Das Ganze im Blick: Sellars über die Aufgabe der Philosophie
The paper discusses Sellars’s view of philosophy and its relation to the (natural) sciences. It argues for three interrelated theses. First, philosophy has no specific subject matter. Second, we ask ourselves questions which cannot be answered from a purely scientific point of view. Third, philosophical standards are contingent, but this does not mean that philosophy is to be abandoned. Pace Sellars, the specific achievement of philosophy consists in «a view of the whole», which enables us to 'know our way around' with respect to the different domains of expertise we are familiar with. Philosophy thus reflects a common sense perspective of ourselves and the world we live in, which rests on the assumption that we are obliged to regard ourselves, as well as those sharing our lives, as persons. This in turn implies that our most basic ways of relating to the world (knowledge and action) are governed by norms. Getting a view of the whole of man thus means that we must regard ourselves both as participants of a norm-governed 'Lebensform' [lifeform] and as complex biological systems. Philosophy and the sciences complement one another. Science aims at knowledge. This aim cannot be properly understood within science itself, because science does not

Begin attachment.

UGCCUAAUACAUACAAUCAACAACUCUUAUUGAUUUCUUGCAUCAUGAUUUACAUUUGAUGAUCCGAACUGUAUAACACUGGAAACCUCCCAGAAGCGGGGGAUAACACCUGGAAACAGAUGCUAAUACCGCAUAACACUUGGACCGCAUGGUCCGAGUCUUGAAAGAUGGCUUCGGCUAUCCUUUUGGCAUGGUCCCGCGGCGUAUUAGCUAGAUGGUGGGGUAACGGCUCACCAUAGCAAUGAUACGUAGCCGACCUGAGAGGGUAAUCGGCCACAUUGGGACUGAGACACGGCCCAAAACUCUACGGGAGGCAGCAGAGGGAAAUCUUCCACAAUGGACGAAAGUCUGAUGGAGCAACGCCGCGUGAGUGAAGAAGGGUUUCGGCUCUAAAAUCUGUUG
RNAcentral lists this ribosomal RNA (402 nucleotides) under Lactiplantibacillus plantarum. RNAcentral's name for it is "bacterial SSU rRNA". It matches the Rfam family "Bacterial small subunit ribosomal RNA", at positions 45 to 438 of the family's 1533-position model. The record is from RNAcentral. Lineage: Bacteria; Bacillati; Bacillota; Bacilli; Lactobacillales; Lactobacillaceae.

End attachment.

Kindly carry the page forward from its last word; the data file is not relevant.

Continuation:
concern itself with the normative perspective inherent in the very concept of knowledge. Philosophy, in turn, cannot risk ignoring the results of the sciences, because their insights form an essential part of what we must take to be the whole of the world that philosophy has in view. Even though philosophy should not aspire to achieve a complete revolution of the norms and standards governing our attempts to make sense of this world, it is nevertheless indispensable because it shows that these norms themselves are always open to reflection and revision.